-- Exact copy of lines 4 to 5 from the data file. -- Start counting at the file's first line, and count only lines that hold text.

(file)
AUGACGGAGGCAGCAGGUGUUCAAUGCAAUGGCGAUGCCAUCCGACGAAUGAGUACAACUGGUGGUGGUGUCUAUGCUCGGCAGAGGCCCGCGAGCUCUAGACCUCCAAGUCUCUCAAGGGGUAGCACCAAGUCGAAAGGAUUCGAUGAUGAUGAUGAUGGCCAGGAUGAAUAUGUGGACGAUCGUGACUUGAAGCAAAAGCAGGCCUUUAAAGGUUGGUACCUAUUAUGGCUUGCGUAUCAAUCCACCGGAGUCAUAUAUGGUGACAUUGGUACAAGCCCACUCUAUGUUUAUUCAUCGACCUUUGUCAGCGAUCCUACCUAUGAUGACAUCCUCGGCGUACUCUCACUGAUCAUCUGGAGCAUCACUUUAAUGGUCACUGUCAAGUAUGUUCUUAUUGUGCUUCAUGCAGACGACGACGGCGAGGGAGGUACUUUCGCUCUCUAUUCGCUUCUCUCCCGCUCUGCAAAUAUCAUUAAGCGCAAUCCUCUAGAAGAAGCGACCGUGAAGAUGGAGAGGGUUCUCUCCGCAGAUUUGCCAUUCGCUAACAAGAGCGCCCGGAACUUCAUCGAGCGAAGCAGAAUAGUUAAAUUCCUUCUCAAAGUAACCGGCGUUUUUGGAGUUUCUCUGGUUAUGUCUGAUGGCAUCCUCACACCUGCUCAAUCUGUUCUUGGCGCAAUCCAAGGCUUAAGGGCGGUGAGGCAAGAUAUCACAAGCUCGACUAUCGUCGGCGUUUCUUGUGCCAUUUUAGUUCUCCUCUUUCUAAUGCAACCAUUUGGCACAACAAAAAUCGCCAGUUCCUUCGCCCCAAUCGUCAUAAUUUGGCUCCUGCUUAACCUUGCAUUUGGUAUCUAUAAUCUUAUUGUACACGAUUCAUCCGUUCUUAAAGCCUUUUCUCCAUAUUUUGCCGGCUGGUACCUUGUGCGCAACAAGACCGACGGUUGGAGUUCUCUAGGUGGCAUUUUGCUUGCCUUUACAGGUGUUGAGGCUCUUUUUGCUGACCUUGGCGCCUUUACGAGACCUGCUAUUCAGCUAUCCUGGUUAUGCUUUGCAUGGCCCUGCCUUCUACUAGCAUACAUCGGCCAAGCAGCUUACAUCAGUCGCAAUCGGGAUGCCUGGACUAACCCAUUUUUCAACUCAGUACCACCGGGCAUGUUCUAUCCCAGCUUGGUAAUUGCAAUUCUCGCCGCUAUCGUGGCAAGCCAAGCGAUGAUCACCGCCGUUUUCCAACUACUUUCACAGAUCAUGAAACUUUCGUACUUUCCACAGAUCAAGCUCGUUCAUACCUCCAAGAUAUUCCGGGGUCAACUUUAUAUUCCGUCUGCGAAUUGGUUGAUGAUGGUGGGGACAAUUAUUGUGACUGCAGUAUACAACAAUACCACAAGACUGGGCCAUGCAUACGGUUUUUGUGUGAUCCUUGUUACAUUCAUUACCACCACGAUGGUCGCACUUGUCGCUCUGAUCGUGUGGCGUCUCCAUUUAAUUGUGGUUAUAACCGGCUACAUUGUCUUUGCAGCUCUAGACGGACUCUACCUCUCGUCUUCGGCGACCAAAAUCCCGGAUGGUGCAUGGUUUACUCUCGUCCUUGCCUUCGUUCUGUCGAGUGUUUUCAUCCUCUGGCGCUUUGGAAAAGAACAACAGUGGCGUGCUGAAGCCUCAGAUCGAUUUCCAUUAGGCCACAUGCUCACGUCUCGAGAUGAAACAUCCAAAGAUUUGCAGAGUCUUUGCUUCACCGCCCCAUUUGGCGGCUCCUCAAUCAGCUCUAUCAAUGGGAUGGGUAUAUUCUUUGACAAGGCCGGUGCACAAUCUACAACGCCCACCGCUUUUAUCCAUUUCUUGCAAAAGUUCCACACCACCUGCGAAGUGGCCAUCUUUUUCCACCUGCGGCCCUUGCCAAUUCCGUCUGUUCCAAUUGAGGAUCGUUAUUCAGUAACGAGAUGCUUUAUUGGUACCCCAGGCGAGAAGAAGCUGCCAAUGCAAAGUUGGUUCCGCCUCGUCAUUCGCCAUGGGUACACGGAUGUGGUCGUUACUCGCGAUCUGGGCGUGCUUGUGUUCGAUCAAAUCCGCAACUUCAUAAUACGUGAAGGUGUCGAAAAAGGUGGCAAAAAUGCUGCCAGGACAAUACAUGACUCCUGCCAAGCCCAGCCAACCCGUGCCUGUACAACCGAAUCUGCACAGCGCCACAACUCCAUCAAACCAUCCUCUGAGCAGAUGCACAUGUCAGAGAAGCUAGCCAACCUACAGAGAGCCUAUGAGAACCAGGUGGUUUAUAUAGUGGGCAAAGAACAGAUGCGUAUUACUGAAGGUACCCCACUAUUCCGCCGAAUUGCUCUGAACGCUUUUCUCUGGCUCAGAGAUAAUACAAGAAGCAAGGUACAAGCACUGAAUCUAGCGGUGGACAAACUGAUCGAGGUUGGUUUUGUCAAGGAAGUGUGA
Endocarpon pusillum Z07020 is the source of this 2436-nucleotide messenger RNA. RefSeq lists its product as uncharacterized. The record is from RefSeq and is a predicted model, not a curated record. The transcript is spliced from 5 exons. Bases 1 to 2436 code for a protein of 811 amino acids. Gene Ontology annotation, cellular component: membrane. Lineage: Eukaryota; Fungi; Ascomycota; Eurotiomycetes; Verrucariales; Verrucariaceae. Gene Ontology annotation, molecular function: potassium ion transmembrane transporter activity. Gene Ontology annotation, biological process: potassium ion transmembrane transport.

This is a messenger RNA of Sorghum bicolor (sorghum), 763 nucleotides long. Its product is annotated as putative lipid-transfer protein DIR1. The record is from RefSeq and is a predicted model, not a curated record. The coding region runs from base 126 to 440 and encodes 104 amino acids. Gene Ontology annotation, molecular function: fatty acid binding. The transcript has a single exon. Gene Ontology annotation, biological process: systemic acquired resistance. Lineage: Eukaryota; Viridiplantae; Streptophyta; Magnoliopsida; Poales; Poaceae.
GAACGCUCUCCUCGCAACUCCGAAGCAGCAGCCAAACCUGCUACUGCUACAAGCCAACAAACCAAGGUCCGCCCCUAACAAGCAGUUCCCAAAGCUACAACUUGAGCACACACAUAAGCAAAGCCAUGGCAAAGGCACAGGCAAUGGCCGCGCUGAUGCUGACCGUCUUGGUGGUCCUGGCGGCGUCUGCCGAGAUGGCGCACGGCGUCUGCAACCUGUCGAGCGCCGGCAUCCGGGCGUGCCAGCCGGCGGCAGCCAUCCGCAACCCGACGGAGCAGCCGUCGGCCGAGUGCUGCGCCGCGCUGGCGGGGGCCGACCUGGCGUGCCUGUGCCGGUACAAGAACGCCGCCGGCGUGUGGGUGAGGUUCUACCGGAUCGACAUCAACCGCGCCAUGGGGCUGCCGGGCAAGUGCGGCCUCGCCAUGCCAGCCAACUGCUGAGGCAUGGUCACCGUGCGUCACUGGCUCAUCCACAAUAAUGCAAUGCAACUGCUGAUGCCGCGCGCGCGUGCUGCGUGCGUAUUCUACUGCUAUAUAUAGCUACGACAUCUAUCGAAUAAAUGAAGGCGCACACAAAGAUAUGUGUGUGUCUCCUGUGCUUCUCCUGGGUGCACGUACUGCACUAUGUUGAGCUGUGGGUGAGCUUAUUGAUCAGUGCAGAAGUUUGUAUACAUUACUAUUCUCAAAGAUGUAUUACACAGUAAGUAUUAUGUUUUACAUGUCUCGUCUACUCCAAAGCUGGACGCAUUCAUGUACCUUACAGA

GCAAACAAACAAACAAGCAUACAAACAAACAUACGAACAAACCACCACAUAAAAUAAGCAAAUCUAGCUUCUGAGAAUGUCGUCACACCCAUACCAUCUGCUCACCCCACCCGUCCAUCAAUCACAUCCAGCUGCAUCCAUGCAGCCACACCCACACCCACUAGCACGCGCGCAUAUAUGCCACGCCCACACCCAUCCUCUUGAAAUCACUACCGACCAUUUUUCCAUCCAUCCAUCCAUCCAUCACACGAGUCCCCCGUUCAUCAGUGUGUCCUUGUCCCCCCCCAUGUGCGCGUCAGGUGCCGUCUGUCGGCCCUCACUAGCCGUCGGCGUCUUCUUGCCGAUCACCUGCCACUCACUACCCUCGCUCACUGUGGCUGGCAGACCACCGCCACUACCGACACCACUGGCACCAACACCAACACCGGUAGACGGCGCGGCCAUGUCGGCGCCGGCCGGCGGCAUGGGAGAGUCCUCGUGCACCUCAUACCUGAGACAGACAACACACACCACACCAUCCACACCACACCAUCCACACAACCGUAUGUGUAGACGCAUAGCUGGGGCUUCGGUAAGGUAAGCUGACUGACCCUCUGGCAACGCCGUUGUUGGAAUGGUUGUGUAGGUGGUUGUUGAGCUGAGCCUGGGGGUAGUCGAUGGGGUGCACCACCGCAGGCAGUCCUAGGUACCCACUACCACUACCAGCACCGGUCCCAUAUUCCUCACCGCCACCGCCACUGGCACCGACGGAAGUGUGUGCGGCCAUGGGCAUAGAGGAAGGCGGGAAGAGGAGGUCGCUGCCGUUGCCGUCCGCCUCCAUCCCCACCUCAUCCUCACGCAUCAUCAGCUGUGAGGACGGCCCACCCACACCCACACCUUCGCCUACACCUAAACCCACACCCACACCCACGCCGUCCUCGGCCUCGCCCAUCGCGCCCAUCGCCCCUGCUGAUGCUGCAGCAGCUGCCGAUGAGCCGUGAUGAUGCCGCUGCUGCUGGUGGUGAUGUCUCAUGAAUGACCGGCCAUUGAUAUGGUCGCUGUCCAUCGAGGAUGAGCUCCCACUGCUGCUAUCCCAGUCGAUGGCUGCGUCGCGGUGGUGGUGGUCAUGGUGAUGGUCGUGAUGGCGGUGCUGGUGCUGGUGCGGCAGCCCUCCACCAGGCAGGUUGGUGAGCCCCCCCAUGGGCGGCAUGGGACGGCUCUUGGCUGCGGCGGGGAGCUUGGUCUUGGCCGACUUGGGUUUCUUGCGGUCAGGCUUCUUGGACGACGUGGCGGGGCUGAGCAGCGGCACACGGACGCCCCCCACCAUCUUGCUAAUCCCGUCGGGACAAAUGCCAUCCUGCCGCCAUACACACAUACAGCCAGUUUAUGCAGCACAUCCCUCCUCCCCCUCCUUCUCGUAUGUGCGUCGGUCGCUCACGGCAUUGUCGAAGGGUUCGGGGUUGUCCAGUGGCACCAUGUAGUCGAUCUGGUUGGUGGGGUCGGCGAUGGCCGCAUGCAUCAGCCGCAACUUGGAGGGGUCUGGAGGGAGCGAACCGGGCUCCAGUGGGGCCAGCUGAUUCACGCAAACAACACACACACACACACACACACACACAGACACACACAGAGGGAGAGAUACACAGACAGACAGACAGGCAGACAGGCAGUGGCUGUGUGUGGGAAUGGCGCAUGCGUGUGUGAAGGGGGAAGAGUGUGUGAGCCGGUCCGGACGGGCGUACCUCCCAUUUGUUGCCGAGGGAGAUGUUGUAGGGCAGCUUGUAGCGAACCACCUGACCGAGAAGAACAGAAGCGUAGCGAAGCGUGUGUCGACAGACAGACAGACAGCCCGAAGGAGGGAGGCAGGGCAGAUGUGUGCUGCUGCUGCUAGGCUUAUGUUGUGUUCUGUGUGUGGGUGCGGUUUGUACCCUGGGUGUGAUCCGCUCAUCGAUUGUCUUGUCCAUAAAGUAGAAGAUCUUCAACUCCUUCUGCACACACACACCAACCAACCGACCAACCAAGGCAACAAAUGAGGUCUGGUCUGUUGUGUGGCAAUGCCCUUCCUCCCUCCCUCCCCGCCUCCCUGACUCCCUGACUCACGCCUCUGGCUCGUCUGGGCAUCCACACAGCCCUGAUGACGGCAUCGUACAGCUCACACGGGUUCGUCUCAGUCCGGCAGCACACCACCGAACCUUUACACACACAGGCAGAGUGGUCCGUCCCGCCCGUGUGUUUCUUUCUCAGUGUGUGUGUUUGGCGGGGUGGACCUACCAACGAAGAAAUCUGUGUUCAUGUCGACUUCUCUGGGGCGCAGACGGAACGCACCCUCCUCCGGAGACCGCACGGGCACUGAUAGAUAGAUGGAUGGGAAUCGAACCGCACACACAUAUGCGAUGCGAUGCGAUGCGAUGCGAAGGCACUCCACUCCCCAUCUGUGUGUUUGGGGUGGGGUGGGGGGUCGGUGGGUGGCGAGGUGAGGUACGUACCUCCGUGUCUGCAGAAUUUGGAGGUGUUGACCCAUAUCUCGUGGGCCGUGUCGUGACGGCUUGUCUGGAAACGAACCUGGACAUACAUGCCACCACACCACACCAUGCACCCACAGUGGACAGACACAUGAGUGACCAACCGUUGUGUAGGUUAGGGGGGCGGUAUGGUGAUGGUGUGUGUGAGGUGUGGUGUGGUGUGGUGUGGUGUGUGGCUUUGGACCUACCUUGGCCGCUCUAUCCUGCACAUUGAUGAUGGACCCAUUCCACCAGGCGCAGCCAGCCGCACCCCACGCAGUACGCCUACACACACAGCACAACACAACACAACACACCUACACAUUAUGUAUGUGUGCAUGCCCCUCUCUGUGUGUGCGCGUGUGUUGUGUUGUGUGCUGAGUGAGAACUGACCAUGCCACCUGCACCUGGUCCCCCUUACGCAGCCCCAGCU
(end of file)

GAACGCUCUCCUCGCAACUCCGAAGCAGCAGCCAAACCUGCUACUGCUACAAGCCAACAAACCAAGGUCCGCCCCUAACAAGCAGUUCCCAAAGCUACAACUUGAGCACACACAUAAGCAAAGCCAUGGCAAAGGCACAGGCAAUGGCCGCGCUGAUGCUGACCGUCUUGGUGGUCCUGGCGGCGUCUGCCGAGAUGGCGCACGGCGUCUGCAACCUGUCGAGCGCCGGCAUCCGGGCGUGCCAGCCGGCGGCAGCCAUCCGCAACCCGACGGAGCAGCCGUCGGCCGAGUGCUGCGCCGCGCUGGCGGGGGCCGACCUGGCGUGCCUGUGCCGGUACAAGAACGCCGCCGGCGUGUGGGUGAGGUUCUACCGGAUCGACAUCAACCGCGCCAUGGGGCUGCCGGGCAAGUGCGGCCUCGCCAUGCCAGCCAACUGCUGAGGCAUGGUCACCGUGCGUCACUGGCUCAUCCACAAUAAUGCAAUGCAACUGCUGAUGCCGCGCGCGCGUGCUGCGUGCGUAUUCUACUGCUAUAUAUAGCUACGACAUCUAUCGAAUAAAUGAAGGCGCACACAAAGAUAUGUGUGUGUCUCCUGUGCUUCUCCUGGGUGCACGUACUGCACUAUGUUGAGCUGUGGGUGAGCUUAUUGAUCAGUGCAGAAGUUUGUAUACAUUACUAUUCUCAAAGAUGUAUUACACAGUAAGUAUUAUGUUUUACAUGUCUCGUCUACUCCAAAGCUGGACGCAUUCAUGUACCUUACAGA

GCAAACAAACAAACAAGCAUACAAACAAACAUACGAACAAACCACCACAUAAAAUAAGCAAAUCUAGCUUCUGAGAAUGUCGUCACACCCAUACCAUCUGCUCACCCCACCCGUCCAUCAAUCACAUCCAGCUGCAUCCAUGCAGCCACACCCACACCCACUAGCACGCGCGCAUAUAUGCCACGCCCACACCCAUCCUCUUGAAAUCACUACCGACCAUUUUUCCAUCCAUCCAUCCAUCCAUCACACGAGUCCCCCGUUCAUCAGUGUGUCCUUGUCCCCCCCCAUGUGCGCGUCAGGUGCCGUCUGUCGGCCCUCACUAGCCGUCGGCGUCUUCUUGCCGAUCACCUGCCACUCACUACCCUCGCUCACUGUGGCUGGCAGACCACCGCCACUACCGACACCACUGGCACCAACACCAACACCGGUAGACGGCGCGGCCAUGUCGGCGCCGGCCGGCGGCAUGGGAGAGUCCUCGUGCACCUCAUACCUGAGACAGACAACACACACCACACCAUCCACACCACACCAUCCACACAACCGUAUGUGUAGACGCAUAGCUGGGGCUUCGGUAAGGUAAGCUGACUGACCCUCUGGCAACGCCGUUGUUGGAAUGGUUGUGUAGGUGGUUGUUGAGCUGAGCCUGGGGGUAGUCGAUGGGGUGCACCACCGCAGGCAGUCCUAGGUACCCACUACCACUACCAGCACCGGUCCCAUAUUCCUCACCGCCACCGCCACUGGCACCGACGGAAGUGUGUGCGGCCAUGGGCAUAGAGGAAGGCGGGAAGAGGAGGUCGCUGCCGUUGCCGUCCGCCUCCAUCCCCACCUCAUCCUCACGCAUCAUCAGCUGUGAGGACGGCCCACCCACACCCACACCUUCGCCUACACCUAAACCCACACCCACACCCACGCCGUCCUCGGCCUCGCCCAUCGCGCCCAUCGCCCCUGCUGAUGCUGCAGCAGCUGCCGAUGAGCCGUGAUGAUGCCGCUGCUGCUGGUGGUGAUGUCUCAUGAAUGACCGGCCAUUGAUAUGGUCGCUGUCCAUCGAGGAUGAGCUCCCACUGCUGCUAUCCCAGUCGAUGGCUGCGUCGCGGUGGUGGUGGUCAUGGUGAUGGUCGUGAUGGCGGUGCUGGUGCUGGUGCGGCAGCCCUCCACCAGGCAGGUUGGUGAGCCCCCCCAUGGGCGGCAUGGGACGGCUCUUGGCUGCGGCGGGGAGCUUGGUCUUGGCCGACUUGGGUUUCUUGCGGUCAGGCUUCUUGGACGACGUGGCGGGGCUGAGCAGCGGCACACGGACGCCCCCCACCAUCUUGCUAAUCCCGUCGGGACAAAUGCCAUCCUGCCGCCAUACACACAUACAGCCAGUUUAUGCAGCACAUCCCUCCUCCCCCUCCUUCUCGUAUGUGCGUCGGUCGCUCACGGCAUUGUCGAAGGGUUCGGGGUUGUCCAGUGGCACCAUGUAGUCGAUCUGGUUGGUGGGGUCGGCGAUGGCCGCAUGCAUCAGCCGCAACUUGGAGGGGUCUGGAGGGAGCGAACCGGGCUCCAGUGGGGCCAGCUGAUUCACGCAAACAACACACACACACACACACACACACACAGACACACACAGAGGGAGAGAUACACAGACAGACAGACAGGCAGACAGGCAGUGGCUGUGUGUGGGAAUGGCGCAUGCGUGUGUGAAGGGGGAAGAGUGUGUGAGCCGGUCCGGACGGGCGUACCUCCCAUUUGUUGCCGAGGGAGAUGUUGUAGGGCAGCUUGUAGCGAACCACCUGACCGAGAAGAACAGAAGCGUAGCGAAGCGUGUGUCGACAGACAGACAGACAGCCCGAAGGAGGGAGGCAGGGCAGAUGUGUGCUGCUGCUGCUAGGCUUAUGUUGUGUUCUGUGUGUGGGUGCGGUUUGUACCCUGGGUGUGAUCCGCUCAUCGAUUGUCUUGUCCAUAAAGUAGAAGAUCUUCAACUCCUUCUGCACACACACACCAACCAACCGACCAACCAAGGCAACAAAUGAGGUCUGGUCUGUUGUGUGGCAAUGCCCUUCCUCCCUCCCUCCCCGCCUCCCUGACUCCCUGACUCACGCCUCUGGCUCGUCUGGGCAUCCACACAGCCCUGAUGACGGCAUCGUACAGCUCACACGGGUUCGUCUCAGUCCGGCAGCACACCACCGAACCUUUACACACACAGGCAGAGUGGUCCGUCCCGCCCGUGUGUUUCUUUCUCAGUGUGUGUGUUUGGCGGGGUGGACCUACCAACGAAGAAAUCUGUGUUCAUGUCGACUUCUCUGGGGCGCAGACGGAACGCACCCUCCUCCGGAGACCGCACGGGCACUGAUAGAUAGAUGGAUGGGAAUCGAACCGCACACACAUAUGCGAUGCGAUGCGAUGCGAUGCGAAGGCACUCCACUCCCCAUCUGUGUGUUUGGGGUGGGGUGGGGGGUCGGUGGGUGGCGAGGUGAGGUACGUACCUCCGUGUCUGCAGAAUUUGGAGGUGUUGACCCAUAUCUCGUGGGCCGUGUCGUGACGGCUUGUCUGGAAACGAACCUGGACAUACAUGCCACCACACCACACCAUGCACCCACAGUGGACAGACACAUGAGUGACCAACCGUUGUGUAGGUUAGGGGGGCGGUAUGGUGAUGGUGUGUGUGAGGUGUGGUGUGGUGUGGUGUGGUGUGUGGCUUUGGACCUACCUUGGCCGCUCUAUCCUGCACAUUGAUGAUGGACCCAUUCCACCAGGCGCAGCCAGCCGCACCCCACGCAGUACGCCUACACACACAGCACAACACAACACAACACACCUACACAUUAUGUAUGUGUGCAUGCCCCUCUCUGUGUGUGCGCGUGUGUUGUGUUGUGUGCUGAGUGAGAACUGACCAUGCCACCUGCACCUGGUCCCCCUUACGCAGCCCCAGCU